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Column: On the Table with Cambridge Cookery’s MD Tine Roche

Autumn’s arrival triggers childhood memories of warming Scandinavian sweet treats, writes Cambridge Cookery’s MD Tine Roche

I grew up in Denmark and Sweden, in a family of outstanding female cooks and bakers. Most of my early childhood memories took place stove-side and I am often no longer sure if they relate to my beloved aunt Thyra, to my mother Brita or to my grandmother Greta, who lived way up north in the Polar circle. I simply recall a non-too-tall woman, wearing a striped linen apron over what seemed to me quite a glamorous dress for a day in the kitchen, talking me through what they were doing and passing me tit-bits as they went about it.

A city girl from the south, I found my grandmother’s world in the polar circle fascinating. Hunting, foraging, skiing and the northern lights were things of wonder, but more than anything, it was the activities of the warm kitchen that I loved most.

My grandmother and my aunts would pluck freshly shot snow grouse or ptarmigan, feathers flying over worktops clad in newspapers so the mess could be gathered up at the end of the job. The birds were roasted on the stove top, in huge cast iron pots, regular splashes of water being added, then copious amounts of cream and little lugs of sweet sherry going in at the end. Wild mushrooms, straight from a forest forage, were brushed cleaned with pastry brushes, the little bits of emerald green moss and pine needles filling the whole kitchen with resinous scent.

Cambridge Cookery School. (18388312)
Cambridge Cookery School. (18388312)

But it is the memories of baking which stand out most vividly. So clearly, in fact, that I can still smell the buttery scent of freshly baked Finnish almond biscuits; fragile vanilla scented Dreams; hazelnut-flecked Uncle’s Cigars, their ends dipped in melted chocolate; and King Oscar II’s Cake, aka “success cake”. Two moreish discs made from a batter of freshly grated almond, melted butter and egg white and baked to chewy perfection before being layered with a rich, cooked buttercream made from egg yolk, sugar, cream and butter and topped with toasted almond flakes, this is not so much a cake to look at as a flat pancake, but delicious beyond belief to eat.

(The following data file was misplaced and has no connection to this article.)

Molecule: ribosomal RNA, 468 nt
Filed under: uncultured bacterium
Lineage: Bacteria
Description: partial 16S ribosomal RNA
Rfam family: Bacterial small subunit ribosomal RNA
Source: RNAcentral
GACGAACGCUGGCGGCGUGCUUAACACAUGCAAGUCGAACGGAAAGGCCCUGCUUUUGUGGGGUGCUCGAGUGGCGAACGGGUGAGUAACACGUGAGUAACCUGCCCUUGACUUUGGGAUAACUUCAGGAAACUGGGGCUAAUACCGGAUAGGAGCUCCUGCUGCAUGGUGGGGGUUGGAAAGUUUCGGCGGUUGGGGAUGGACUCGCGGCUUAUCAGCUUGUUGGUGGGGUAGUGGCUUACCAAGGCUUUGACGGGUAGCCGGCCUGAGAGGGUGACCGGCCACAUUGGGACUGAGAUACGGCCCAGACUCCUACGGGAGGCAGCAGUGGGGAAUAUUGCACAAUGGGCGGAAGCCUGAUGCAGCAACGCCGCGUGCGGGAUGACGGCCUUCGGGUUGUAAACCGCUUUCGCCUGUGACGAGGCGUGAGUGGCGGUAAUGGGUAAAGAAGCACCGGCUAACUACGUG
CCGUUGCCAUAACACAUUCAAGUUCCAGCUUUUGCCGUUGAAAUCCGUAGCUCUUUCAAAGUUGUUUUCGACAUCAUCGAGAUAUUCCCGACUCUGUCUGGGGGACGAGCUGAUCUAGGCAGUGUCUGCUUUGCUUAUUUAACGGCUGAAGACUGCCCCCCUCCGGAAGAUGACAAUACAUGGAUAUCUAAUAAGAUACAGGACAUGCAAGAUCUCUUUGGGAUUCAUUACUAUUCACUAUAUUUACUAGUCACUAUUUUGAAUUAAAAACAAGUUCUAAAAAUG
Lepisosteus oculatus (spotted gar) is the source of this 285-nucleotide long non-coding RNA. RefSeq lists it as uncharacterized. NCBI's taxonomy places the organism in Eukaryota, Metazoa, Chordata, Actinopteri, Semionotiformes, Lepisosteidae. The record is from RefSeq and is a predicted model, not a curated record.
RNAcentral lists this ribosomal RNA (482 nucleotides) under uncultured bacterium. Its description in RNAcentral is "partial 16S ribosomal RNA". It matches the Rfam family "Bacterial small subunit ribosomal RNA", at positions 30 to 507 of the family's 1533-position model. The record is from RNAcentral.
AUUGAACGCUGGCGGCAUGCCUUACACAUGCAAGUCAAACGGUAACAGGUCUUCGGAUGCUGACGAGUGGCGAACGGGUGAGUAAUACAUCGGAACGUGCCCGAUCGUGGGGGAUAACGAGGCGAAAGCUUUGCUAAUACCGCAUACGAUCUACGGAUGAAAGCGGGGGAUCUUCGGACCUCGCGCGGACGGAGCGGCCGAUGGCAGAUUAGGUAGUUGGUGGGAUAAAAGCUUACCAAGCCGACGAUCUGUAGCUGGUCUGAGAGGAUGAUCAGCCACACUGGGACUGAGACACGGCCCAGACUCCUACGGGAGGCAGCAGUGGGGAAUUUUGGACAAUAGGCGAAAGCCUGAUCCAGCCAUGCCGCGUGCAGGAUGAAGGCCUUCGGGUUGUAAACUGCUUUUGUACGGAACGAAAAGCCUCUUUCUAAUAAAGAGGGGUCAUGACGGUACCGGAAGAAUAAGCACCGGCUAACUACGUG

My grandmother loved being in her kitchen. She reigned supreme in a little kingdom of pale yellow Formica cupboards and walk-in larder. In my memory, she always wore an apron. If she ran out of eggs or sugar, she would throw her coat on over her apron and half run, half power walk down the icy road to the corner shop. In the kitchen, she tied a scarf around her hair in an attempt to stop it from smelling of cooking fat. If the scarf was on, then something buttery was about to be heated to a high temperature and I could be in for the ultimate treat - rån.

How to describe this other-wordly delicacy? Wafer-thin galettes, cooked in a small, circular, cast-iron waffle iron, which opened and closed with the aid of two long handles. The iron had to be put straight on a hot plate, so there was a certain amount of risk and danger involved in the process. The iron itself would become insanely hot, and the batter which was pressed between its two discs would ooze out and land on the hot hob. But most impressive of all was the super-quick rolling up of the still-hot, wafer-thin, beautifully-patterned discs. My grandmother Greta’s rån were legendary and her asbestos fingers, glistening with grease from the butter-rich wafers, transfixed me.

Eking out the minutes - or seconds - it took to devour these beauties presented me with a bitter-sweet dilemma: to behave like a responsible and mature child and bite straight into them, or to eat them horizontally, “unrolling” them with my front teeth and lips as I went along. Naturally, the latter made the eating of the rån last a little longer, and resulted in a huge mess of crumbs and a mild scolding from my grandmother.

She passed away when I was 17, and to that day she baked me rån whenever I visited her in her woodclad little house in the land of the midnight sun - and, let’s face it, interminable dark winters - and to that day I begged her to make me rån so I could savour them horizontally, getting myself covered in crumbs while Greta rolled her eyes.

I share some of these recipes in our Christmas holiday classes and, when we have time, some go on the counter, alongside our signature cinnamon buns.

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